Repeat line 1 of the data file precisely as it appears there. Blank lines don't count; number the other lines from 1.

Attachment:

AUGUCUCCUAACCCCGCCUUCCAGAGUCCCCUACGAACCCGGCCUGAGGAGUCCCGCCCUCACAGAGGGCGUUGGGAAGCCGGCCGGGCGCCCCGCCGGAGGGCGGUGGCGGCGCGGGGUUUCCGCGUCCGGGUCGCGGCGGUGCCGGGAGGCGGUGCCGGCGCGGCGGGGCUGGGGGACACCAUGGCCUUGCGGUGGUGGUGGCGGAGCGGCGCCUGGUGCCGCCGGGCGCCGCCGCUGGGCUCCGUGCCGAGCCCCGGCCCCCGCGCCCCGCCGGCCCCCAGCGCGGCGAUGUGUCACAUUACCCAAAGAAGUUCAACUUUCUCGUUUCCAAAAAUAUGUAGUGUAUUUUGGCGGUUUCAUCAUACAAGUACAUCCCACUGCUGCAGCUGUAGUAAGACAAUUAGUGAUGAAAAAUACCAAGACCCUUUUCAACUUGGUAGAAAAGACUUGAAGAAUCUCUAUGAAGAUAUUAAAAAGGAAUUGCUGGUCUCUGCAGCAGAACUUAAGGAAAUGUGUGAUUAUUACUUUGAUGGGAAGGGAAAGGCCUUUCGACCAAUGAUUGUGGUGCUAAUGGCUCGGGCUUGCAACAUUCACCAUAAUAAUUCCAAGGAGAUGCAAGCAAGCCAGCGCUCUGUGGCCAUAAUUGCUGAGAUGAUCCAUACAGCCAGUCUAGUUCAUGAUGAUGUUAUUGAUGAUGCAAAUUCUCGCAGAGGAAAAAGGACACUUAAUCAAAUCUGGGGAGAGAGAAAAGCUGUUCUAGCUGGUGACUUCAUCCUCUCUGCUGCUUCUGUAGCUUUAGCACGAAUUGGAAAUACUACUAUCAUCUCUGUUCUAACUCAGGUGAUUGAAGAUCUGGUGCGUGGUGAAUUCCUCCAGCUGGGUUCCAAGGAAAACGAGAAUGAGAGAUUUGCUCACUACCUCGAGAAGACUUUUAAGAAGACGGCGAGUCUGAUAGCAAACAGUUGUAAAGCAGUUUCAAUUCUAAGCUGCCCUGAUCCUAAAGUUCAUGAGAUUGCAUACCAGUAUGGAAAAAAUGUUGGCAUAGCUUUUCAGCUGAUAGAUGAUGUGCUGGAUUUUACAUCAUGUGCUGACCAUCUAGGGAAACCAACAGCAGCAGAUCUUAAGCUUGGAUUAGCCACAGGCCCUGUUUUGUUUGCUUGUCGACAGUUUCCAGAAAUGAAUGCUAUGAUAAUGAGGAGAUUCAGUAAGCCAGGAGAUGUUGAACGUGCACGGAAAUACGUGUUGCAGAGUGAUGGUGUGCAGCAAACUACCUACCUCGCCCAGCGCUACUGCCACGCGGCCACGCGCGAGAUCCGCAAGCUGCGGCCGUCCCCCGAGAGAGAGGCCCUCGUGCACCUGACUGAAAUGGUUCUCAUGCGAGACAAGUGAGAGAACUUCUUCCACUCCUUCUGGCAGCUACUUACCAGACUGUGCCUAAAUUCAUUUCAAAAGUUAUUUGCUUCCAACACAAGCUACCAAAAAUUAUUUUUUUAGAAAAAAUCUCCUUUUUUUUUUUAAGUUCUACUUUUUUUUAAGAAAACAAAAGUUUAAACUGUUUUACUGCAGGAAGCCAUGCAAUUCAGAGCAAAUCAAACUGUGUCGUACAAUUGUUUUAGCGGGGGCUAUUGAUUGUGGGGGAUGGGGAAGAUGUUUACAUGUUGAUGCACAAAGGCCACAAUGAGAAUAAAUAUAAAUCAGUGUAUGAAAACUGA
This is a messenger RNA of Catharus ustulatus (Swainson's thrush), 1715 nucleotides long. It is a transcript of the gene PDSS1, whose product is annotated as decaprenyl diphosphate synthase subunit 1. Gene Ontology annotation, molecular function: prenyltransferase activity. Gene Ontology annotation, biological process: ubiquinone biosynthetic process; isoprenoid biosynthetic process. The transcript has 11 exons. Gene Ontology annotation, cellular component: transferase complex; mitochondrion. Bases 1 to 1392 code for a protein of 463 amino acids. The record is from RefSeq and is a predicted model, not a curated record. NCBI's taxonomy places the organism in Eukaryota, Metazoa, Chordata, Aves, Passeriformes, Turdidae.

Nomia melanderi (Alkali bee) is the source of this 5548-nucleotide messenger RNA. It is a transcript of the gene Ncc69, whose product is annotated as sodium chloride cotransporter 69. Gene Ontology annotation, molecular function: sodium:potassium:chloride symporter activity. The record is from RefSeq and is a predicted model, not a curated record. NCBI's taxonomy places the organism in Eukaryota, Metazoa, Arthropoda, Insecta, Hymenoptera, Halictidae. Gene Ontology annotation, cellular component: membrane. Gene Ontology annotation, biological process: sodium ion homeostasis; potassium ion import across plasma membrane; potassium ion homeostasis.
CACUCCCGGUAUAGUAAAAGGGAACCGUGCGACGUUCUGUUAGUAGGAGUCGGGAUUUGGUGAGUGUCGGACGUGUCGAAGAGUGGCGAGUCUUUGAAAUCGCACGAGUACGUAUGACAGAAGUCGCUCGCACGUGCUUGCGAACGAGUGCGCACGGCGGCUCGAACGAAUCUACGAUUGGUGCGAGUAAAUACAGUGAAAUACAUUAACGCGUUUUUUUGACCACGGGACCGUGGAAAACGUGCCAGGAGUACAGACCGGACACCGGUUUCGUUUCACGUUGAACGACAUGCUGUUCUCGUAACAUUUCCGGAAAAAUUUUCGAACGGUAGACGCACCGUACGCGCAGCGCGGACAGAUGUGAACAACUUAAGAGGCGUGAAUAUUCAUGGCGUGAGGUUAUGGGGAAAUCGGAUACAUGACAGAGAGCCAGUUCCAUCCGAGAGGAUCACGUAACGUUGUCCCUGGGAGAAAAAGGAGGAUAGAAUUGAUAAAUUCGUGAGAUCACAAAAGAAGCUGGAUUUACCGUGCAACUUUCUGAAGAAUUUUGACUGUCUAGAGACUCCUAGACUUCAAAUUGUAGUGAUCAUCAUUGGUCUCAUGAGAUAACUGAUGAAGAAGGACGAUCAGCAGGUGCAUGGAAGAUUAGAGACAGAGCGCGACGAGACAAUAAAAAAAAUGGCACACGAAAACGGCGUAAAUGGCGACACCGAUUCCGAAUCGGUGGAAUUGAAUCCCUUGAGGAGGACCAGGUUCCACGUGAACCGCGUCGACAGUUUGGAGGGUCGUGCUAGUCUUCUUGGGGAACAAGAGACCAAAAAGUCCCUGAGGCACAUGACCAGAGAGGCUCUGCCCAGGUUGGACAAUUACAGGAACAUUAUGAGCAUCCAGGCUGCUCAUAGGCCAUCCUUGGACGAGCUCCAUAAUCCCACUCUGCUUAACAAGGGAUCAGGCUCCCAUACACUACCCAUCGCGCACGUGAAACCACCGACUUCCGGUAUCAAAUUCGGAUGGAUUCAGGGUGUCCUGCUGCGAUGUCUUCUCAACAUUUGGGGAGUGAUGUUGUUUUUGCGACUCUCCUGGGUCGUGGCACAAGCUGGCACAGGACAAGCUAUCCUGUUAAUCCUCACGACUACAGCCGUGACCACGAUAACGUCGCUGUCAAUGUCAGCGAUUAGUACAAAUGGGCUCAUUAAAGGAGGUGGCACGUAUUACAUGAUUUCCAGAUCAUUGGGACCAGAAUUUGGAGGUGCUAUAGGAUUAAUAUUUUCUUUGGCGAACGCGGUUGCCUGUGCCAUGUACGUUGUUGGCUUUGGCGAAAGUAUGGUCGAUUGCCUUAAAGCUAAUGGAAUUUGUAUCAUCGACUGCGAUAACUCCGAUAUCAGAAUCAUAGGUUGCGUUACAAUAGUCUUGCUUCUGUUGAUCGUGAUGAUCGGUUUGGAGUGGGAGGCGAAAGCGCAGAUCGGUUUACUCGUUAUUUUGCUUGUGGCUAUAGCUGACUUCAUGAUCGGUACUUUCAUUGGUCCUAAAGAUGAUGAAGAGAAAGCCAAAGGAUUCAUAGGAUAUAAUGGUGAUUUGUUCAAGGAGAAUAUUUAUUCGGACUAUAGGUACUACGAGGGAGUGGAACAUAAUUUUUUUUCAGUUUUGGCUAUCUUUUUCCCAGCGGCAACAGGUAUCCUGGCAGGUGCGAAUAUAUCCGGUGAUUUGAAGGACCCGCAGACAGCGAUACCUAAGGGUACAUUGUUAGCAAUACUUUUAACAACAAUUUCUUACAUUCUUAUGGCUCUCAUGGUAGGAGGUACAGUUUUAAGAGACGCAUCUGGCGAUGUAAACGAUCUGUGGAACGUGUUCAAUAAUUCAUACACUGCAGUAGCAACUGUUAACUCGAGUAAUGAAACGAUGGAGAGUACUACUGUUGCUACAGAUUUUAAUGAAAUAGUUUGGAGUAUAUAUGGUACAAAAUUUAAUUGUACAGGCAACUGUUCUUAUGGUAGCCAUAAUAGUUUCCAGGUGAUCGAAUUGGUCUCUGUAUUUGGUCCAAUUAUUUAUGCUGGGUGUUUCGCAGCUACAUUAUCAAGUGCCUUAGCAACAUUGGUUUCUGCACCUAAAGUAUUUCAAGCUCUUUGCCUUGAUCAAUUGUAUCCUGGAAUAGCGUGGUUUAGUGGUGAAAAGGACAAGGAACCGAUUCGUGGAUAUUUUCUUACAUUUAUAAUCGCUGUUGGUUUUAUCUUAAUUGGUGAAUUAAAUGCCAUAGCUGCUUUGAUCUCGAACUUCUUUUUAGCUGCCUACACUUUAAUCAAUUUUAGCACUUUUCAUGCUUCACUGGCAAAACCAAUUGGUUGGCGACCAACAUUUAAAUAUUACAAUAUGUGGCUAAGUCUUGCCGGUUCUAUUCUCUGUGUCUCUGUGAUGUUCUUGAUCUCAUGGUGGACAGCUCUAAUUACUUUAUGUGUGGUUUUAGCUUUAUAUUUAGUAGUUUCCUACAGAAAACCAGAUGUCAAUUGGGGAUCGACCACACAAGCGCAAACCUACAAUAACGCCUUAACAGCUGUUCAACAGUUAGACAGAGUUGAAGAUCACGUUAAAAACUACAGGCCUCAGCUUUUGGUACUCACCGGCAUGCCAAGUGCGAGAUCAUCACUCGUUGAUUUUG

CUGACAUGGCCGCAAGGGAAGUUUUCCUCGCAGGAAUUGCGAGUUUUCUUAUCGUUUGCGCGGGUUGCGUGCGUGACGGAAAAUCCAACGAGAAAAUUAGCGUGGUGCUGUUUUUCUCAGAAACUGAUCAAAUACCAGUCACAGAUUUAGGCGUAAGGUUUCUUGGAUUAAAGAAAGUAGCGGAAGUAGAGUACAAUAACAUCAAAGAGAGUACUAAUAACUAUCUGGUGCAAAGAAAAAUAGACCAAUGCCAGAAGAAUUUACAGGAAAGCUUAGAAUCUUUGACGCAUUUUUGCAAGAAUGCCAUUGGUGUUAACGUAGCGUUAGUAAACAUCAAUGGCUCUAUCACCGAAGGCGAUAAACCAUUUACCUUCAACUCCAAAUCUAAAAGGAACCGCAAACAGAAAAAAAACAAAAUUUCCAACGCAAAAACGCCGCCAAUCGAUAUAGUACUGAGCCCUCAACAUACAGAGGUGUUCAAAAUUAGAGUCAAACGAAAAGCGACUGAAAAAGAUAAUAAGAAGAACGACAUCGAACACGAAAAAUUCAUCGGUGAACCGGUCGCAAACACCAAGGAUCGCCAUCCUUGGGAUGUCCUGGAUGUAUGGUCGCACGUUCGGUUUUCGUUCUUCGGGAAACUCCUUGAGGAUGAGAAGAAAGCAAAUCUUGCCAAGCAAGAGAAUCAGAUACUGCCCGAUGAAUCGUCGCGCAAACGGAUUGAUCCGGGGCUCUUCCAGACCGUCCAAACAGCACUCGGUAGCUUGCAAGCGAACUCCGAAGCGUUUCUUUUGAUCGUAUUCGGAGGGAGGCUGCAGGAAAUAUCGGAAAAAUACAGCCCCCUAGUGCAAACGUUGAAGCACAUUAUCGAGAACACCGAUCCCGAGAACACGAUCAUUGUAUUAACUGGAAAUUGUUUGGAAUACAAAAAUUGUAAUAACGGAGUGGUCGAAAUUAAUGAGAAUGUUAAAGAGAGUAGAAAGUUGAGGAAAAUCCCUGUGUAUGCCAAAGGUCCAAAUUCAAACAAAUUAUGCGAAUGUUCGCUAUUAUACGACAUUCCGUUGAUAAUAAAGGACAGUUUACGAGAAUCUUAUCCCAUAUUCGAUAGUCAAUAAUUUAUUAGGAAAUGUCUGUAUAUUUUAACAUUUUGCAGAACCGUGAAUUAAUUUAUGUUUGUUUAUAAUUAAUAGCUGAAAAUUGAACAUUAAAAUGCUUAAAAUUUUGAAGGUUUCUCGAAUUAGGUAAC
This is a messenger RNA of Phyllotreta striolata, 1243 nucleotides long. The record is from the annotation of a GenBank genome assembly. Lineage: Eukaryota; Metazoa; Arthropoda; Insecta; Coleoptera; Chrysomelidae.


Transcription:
AUGUCUCCUAACCCCGCCUUCCAGAGUCCCCUACGAACCCGGCCUGAGGAGUCCCGCCCUCACAGAGGGCGUUGGGAAGCCGGCCGGGCGCCCCGCCGGAGGGCGGUGGCGGCGCGGGGUUUCCGCGUCCGGGUCGCGGCGGUGCCGGGAGGCGGUGCCGGCGCGGCGGGGCUGGGGGACACCAUGGCCUUGCGGUGGUGGUGGCGGAGCGGCGCCUGGUGCCGCCGGGCGCCGCCGCUGGGCUCCGUGCCGAGCCCCGGCCCCCGCGCCCCGCCGGCCCCCAGCGCGGCGAUGUGUCACAUUACCCAAAGAAGUUCAACUUUCUCGUUUCCAAAAAUAUGUAGUGUAUUUUGGCGGUUUCAUCAUACAAGUACAUCCCACUGCUGCAGCUGUAGUAAGACAAUUAGUGAUGAAAAAUACCAAGACCCUUUUCAACUUGGUAGAAAAGACUUGAAGAAUCUCUAUGAAGAUAUUAAAAAGGAAUUGCUGGUCUCUGCAGCAGAACUUAAGGAAAUGUGUGAUUAUUACUUUGAUGGGAAGGGAAAGGCCUUUCGACCAAUGAUUGUGGUGCUAAUGGCUCGGGCUUGCAACAUUCACCAUAAUAAUUCCAAGGAGAUGCAAGCAAGCCAGCGCUCUGUGGCCAUAAUUGCUGAGAUGAUCCAUACAGCCAGUCUAGUUCAUGAUGAUGUUAUUGAUGAUGCAAAUUCUCGCAGAGGAAAAAGGACACUUAAUCAAAUCUGGGGAGAGAGAAAAGCUGUUCUAGCUGGUGACUUCAUCCUCUCUGCUGCUUCUGUAGCUUUAGCACGAAUUGGAAAUACUACUAUCAUCUCUGUUCUAACUCAGGUGAUUGAAGAUCUGGUGCGUGGUGAAUUCCUCCAGCUGGGUUCCAAGGAAAACGAGAAUGAGAGAUUUGCUCACUACCUCGAGAAGACUUUUAAGAAGACGGCGAGUCUGAUAGCAAACAGUUGUAAAGCAGUUUCAAUUCUAAGCUGCCCUGAUCCUAAAGUUCAUGAGAUUGCAUACCAGUAUGGAAAAAAUGUUGGCAUAGCUUUUCAGCUGAUAGAUGAUGUGCUGGAUUUUACAUCAUGUGCUGACCAUCUAGGGAAACCAACAGCAGCAGAUCUUAAGCUUGGAUUAGCCACAGGCCCUGUUUUGUUUGCUUGUCGACAGUUUCCAGAAAUGAAUGCUAUGAUAAUGAGGAGAUUCAGUAAGCCAGGAGAUGUUGAACGUGCACGGAAAUACGUGUUGCAGAGUGAUGGUGUGCAGCAAACUACCUACCUCGCCCAGCGCUACUGCCACGCGGCCACGCGCGAGAUCCGCAAGCUGCGGCCGUCCCCCGAGAGAGAGGCCCUCGUGCACCUGACUGAAAUGGUUCUCAUGCGAGACAAGUGAGAGAACUUCUUCCACUCCUUCUGGCAGCUACUUACCAGACUGUGCCUAAAUUCAUUUCAAAAGUUAUUUGCUUCCAACACAAGCUACCAAAAAUUAUUUUUUUAGAAAAAAUCUCCUUUUUUUUUUUAAGUUCUACUUUUUUUUAAGAAAACAAAAGUUUAAACUGUUUUACUGCAGGAAGCCAUGCAAUUCAGAGCAAAUCAAACUGUGUCGUACAAUUGUUUUAGCGGGGGCUAUUGAUUGUGGGGGAUGGGGAAGAUGUUUACAUGUUGAUGCACAAAGGCCACAAUGAGAAUAAAUAUAAAUCAGUGUAUGAAAACUGA